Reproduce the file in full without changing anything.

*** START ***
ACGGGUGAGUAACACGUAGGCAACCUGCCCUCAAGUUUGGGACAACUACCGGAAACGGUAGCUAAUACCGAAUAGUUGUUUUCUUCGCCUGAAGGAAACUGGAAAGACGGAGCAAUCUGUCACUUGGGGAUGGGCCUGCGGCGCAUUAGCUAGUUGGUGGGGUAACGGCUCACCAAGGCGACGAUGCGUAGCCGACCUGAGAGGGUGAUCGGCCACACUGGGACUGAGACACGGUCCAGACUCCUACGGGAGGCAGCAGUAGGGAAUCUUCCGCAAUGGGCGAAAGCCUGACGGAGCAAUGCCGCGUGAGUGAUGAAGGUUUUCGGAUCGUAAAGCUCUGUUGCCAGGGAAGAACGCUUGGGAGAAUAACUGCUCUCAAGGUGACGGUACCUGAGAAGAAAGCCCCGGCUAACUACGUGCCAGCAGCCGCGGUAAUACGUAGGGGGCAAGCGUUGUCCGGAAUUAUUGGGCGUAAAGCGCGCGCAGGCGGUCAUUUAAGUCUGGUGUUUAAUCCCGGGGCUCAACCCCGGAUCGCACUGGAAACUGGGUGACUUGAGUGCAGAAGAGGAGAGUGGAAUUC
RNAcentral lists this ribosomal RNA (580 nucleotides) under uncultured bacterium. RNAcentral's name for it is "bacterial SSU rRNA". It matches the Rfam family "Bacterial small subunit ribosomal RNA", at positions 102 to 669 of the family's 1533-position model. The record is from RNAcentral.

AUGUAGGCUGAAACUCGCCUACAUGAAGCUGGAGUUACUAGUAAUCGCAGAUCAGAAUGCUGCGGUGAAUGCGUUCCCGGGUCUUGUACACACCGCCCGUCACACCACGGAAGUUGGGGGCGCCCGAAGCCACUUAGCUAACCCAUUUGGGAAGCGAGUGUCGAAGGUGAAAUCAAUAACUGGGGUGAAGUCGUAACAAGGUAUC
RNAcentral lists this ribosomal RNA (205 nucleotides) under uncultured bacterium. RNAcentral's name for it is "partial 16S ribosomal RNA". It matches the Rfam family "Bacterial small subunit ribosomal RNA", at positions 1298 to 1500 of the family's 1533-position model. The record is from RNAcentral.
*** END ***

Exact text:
ACGGGUGAGUAACACGUAGGCAACCUGCCCUCAAGUUUGGGACAACUACCGGAAACGGUAGCUAAUACCGAAUAGUUGUUUUCUUCGCCUGAAGGAAACUGGAAAGACGGAGCAAUCUGUCACUUGGGGAUGGGCCUGCGGCGCAUUAGCUAGUUGGUGGGGUAACGGCUCACCAAGGCGACGAUGCGUAGCCGACCUGAGAGGGUGAUCGGCCACACUGGGACUGAGACACGGUCCAGACUCCUACGGGAGGCAGCAGUAGGGAAUCUUCCGCAAUGGGCGAAAGCCUGACGGAGCAAUGCCGCGUGAGUGAUGAAGGUUUUCGGAUCGUAAAGCUCUGUUGCCAGGGAAGAACGCUUGGGAGAAUAACUGCUCUCAAGGUGACGGUACCUGAGAAGAAAGCCCCGGCUAACUACGUGCCAGCAGCCGCGGUAAUACGUAGGGGGCAAGCGUUGUCCGGAAUUAUUGGGCGUAAAGCGCGCGCAGGCGGUCAUUUAAGUCUGGUGUUUAAUCCCGGGGCUCAACCCCGGAUCGCACUGGAAACUGGGUGACUUGAGUGCAGAAGAGGAGAGUGGAAUUC
RNAcentral lists this ribosomal RNA (580 nucleotides) under uncultured bacterium. RNAcentral's name for it is "bacterial SSU rRNA". It matches the Rfam family "Bacterial small subunit ribosomal RNA", at positions 102 to 669 of the family's 1533-position model. The record is from RNAcentral.

AUGUAGGCUGAAACUCGCCUACAUGAAGCUGGAGUUACUAGUAAUCGCAGAUCAGAAUGCUGCGGUGAAUGCGUUCCCGGGUCUUGUACACACCGCCCGUCACACCACGGAAGUUGGGGGCGCCCGAAGCCACUUAGCUAACCCAUUUGGGAAGCGAGUGUCGAAGGUGAAAUCAAUAACUGGGGUGAAGUCGUAACAAGGUAUC
RNAcentral lists this ribosomal RNA (205 nucleotides) under uncultured bacterium. RNAcentral's name for it is "partial 16S ribosomal RNA". It matches the Rfam family "Bacterial small subunit ribosomal RNA", at positions 1298 to 1500 of the family's 1533-position model. The record is from RNAcentral.